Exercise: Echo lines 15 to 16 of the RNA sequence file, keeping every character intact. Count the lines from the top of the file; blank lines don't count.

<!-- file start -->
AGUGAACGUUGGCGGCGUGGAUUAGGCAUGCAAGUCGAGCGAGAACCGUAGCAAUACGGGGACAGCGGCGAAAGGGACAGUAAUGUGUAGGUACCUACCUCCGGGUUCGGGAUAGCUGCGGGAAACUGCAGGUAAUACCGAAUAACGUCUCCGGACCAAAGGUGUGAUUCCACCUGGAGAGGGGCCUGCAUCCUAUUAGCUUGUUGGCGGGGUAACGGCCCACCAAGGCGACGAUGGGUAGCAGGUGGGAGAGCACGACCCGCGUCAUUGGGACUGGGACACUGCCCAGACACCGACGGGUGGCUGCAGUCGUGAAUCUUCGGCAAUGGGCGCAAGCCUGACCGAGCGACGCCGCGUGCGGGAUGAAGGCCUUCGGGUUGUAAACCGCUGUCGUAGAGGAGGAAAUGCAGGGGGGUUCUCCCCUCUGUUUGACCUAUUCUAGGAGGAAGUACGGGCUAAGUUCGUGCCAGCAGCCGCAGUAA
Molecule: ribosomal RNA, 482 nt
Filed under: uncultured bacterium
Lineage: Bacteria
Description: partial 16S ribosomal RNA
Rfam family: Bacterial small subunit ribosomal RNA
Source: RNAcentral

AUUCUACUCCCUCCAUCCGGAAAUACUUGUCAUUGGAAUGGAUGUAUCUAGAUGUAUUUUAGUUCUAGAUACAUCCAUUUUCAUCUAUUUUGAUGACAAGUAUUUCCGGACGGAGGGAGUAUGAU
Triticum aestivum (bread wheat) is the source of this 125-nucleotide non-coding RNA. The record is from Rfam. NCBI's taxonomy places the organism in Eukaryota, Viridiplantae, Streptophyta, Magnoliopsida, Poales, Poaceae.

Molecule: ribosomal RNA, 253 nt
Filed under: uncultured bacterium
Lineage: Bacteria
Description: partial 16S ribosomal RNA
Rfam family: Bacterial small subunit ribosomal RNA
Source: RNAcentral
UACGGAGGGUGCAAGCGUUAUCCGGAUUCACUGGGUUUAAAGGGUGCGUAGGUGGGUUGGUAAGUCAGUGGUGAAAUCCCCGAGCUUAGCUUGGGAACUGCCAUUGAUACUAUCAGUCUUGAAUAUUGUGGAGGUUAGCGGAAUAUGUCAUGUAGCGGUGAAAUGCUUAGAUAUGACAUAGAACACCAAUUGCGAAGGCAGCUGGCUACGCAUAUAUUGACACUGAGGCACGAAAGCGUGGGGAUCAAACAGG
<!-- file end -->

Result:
Source: RNAcentral
UACGGAGGGUGCAAGCGUUAUCCGGAUUCACUGGGUUUAAAGGGUGCGUAGGUGGGUUGGUAAGUCAGUGGUGAAAUCCCCGAGCUUAGCUUGGGAACUGCCAUUGAUACUAUCAGUCUUGAAUAUUGUGGAGGUUAGCGGAAUAUGUCAUGUAGCGGUGAAAUGCUUAGAUAUGACAUAGAACACCAAUUGCGAAGGCAGCUGGCUACGCAUAUAUUGACACUGAGGCACGAAAGCGUGGGGAUCAAACAGG